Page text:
In today’s digitally connected environment, the digital supply chain has expanded the threat surface and businesses may not always be able to preempt an attack. With so much at stake, data recovery and restoration shouldn’t be put on the back burner of the security conversation; they could be the most valuable components in building businesses’ security arsenal.

Keeping hackers out of your network has proven to be an unwinnable cat-and-mouse game. Businesses must instead adopt a preemptive approach that assumes cybercriminals will be able to penetrate their defences and insert ransomware. Whether organisations end up having to pay millions to get a portion of their data back will depend entirely on the ability to restore all of their systems from backups. As most IT operations have moved to containers on virtual machines, in theory, it should be a straightforward process to restore all systems, including data and applications.

If data storage and cloud backups are included in the security plan from the outset, a company could easily get rid of ransomware and recover from an attack by wiping its slate clean and reinstating its data with little to no downtime. This, however, is a time-consuming and technical process, and should be a response that IT teams must prepare for. It’s as necessary as preempting an application outage or maintenance issue.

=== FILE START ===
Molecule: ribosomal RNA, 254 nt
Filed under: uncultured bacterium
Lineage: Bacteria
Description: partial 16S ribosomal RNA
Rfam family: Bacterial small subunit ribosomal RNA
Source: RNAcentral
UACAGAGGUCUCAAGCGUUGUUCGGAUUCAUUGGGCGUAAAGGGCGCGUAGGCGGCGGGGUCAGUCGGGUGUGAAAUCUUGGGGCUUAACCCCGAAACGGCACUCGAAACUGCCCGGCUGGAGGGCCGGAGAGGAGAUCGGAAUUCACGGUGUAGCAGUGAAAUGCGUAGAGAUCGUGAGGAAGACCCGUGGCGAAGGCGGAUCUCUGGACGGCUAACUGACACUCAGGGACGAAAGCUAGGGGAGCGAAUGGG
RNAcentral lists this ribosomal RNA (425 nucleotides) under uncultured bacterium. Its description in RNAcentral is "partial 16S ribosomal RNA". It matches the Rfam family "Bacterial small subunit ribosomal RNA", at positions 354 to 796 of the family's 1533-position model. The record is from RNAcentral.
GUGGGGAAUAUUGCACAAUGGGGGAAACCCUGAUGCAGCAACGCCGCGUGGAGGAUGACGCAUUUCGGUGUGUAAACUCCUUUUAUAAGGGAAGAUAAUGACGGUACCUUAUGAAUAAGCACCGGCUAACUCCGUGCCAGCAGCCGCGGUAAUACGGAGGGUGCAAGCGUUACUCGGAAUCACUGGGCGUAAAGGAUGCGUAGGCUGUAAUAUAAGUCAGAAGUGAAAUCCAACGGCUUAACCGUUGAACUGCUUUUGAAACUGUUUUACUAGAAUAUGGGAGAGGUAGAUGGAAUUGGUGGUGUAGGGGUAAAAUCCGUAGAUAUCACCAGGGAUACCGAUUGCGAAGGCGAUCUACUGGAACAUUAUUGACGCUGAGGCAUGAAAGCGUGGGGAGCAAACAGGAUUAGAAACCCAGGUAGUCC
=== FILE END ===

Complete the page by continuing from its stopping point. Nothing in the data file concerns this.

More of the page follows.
Ultimately, complications can occur: For instance, incomplete backups could hamper the data restoration process. Therefore, testing your disaster recovery plan will provide critical intel on your organisation’s security posture. This will ensure that your security strategies will hold up when a real disaster strikes.

Leveraging the cloud immutability advantage 

Another advantage of backing up in the cloud is immutability, meaning no one can alter any data for a set period of time, not even a network administrator. This added layer of data protection removes major barriers for businesses. Because while many businesses understand the importance of safeguarding their data, they struggle in ensuring data protection is implemented across every level, like when data is in storage, and in transit between applications, services and device endpoints.